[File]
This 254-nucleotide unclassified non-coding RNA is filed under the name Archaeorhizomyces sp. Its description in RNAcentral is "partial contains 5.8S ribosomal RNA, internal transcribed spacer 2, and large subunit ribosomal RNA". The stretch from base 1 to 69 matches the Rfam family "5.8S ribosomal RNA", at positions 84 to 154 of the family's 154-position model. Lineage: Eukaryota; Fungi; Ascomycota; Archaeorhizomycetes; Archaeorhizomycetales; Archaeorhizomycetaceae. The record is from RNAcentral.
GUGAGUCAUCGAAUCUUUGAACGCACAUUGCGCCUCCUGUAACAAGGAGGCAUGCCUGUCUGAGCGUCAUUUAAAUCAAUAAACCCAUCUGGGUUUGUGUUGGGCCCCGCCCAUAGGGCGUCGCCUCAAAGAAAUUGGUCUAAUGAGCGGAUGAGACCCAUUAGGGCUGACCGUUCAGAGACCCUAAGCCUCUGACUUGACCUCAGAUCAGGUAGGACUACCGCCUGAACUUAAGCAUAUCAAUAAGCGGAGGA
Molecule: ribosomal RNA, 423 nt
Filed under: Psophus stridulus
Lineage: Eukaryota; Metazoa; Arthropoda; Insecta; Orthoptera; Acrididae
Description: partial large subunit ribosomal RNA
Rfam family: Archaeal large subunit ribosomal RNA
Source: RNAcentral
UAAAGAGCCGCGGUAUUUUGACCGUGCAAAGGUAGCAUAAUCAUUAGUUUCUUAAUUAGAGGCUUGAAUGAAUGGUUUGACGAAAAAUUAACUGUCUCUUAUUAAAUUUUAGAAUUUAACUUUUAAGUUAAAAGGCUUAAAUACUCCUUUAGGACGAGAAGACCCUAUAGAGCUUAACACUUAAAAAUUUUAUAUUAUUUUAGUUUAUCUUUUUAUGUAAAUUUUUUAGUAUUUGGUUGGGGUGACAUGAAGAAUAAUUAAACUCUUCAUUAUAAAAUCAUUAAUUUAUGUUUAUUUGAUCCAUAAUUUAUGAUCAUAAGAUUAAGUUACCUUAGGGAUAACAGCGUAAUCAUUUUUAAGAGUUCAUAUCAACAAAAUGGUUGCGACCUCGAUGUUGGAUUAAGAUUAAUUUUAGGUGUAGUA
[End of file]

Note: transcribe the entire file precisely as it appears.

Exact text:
This 254-nucleotide unclassified non-coding RNA is filed under the name Archaeorhizomyces sp. Its description in RNAcentral is "partial contains 5.8S ribosomal RNA, internal transcribed spacer 2, and large subunit ribosomal RNA". The stretch from base 1 to 69 matches the Rfam family "5.8S ribosomal RNA", at positions 84 to 154 of the family's 154-position model. Lineage: Eukaryota; Fungi; Ascomycota; Archaeorhizomycetes; Archaeorhizomycetales; Archaeorhizomycetaceae. The record is from RNAcentral.
GUGAGUCAUCGAAUCUUUGAACGCACAUUGCGCCUCCUGUAACAAGGAGGCAUGCCUGUCUGAGCGUCAUUUAAAUCAAUAAACCCAUCUGGGUUUGUGUUGGGCCCCGCCCAUAGGGCGUCGCCUCAAAGAAAUUGGUCUAAUGAGCGGAUGAGACCCAUUAGGGCUGACCGUUCAGAGACCCUAAGCCUCUGACUUGACCUCAGAUCAGGUAGGACUACCGCCUGAACUUAAGCAUAUCAAUAAGCGGAGGA
Molecule: ribosomal RNA, 423 nt
Filed under: Psophus stridulus
Lineage: Eukaryota; Metazoa; Arthropoda; Insecta; Orthoptera; Acrididae
Description: partial large subunit ribosomal RNA
Rfam family: Archaeal large subunit ribosomal RNA
Source: RNAcentral
UAAAGAGCCGCGGUAUUUUGACCGUGCAAAGGUAGCAUAAUCAUUAGUUUCUUAAUUAGAGGCUUGAAUGAAUGGUUUGACGAAAAAUUAACUGUCUCUUAUUAAAUUUUAGAAUUUAACUUUUAAGUUAAAAGGCUUAAAUACUCCUUUAGGACGAGAAGACCCUAUAGAGCUUAACACUUAAAAAUUUUAUAUUAUUUUAGUUUAUCUUUUUAUGUAAAUUUUUUAGUAUUUGGUUGGGGUGACAUGAAGAAUAAUUAAACUCUUCAUUAUAAAAUCAUUAAUUUAUGUUUAUUUGAUCCAUAAUUUAUGAUCAUAAGAUUAAGUUACCUUAGGGAUAACAGCGUAAUCAUUUUUAAGAGUUCAUAUCAACAAAAUGGUUGCGACCUCGAUGUUGGAUUAAGAUUAAUUUUAGGUGUAGUA